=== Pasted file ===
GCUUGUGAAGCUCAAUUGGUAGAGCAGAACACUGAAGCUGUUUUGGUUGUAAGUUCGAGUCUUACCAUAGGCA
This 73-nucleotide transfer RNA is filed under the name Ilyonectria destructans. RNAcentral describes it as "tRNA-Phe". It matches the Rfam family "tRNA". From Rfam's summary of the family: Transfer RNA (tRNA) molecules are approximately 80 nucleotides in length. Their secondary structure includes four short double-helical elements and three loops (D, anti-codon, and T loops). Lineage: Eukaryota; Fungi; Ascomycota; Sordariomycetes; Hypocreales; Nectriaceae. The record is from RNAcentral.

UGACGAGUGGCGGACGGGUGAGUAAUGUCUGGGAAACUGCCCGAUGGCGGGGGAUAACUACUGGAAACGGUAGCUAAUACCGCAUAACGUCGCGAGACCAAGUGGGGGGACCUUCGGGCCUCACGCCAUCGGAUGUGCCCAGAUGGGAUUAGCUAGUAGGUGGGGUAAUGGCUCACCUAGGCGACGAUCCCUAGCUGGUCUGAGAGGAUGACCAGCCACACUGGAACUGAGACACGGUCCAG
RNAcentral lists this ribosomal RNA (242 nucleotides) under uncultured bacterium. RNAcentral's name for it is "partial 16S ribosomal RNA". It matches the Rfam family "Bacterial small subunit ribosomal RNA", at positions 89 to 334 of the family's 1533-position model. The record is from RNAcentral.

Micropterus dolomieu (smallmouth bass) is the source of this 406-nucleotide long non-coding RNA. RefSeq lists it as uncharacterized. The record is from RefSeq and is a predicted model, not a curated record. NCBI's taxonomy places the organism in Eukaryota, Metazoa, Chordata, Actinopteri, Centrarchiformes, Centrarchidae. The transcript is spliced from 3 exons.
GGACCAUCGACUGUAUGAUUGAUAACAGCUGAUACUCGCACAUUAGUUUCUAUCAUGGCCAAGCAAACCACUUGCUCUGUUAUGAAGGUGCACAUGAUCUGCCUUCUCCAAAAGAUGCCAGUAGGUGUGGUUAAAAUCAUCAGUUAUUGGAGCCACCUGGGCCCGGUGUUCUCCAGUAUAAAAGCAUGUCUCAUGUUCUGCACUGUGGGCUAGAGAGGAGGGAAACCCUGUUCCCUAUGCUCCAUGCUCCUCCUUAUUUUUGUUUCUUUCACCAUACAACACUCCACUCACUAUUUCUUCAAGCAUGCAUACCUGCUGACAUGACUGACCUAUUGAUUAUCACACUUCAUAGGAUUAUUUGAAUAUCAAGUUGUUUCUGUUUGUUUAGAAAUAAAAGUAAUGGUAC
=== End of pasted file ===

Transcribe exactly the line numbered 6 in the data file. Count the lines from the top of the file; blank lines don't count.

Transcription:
GGACCAUCGACUGUAUGAUUGAUAACAGCUGAUACUCGCACAUUAGUUUCUAUCAUGGCCAAGCAAACCACUUGCUCUGUUAUGAAGGUGCACAUGAUCUGCCUUCUCCAAAAGAUGCCAGUAGGUGUGGUUAAAAUCAUCAGUUAUUGGAGCCACCUGGGCCCGGUGUUCUCCAGUAUAAAAGCAUGUCUCAUGUUCUGCACUGUGGGCUAGAGAGGAGGGAAACCCUGUUCCCUAUGCUCCAUGCUCCUCCUUAUUUUUGUUUCUUUCACCAUACAACACUCCACUCACUAUUUCUUCAAGCAUGCAUACCUGCUGACAUGACUGACCUAUUGAUUAUCACACUUCAUAGGAUUAUUUGAAUAUCAAGUUGUUUCUGUUUGUUUAGAAAUAAAAGUAAUGGUAC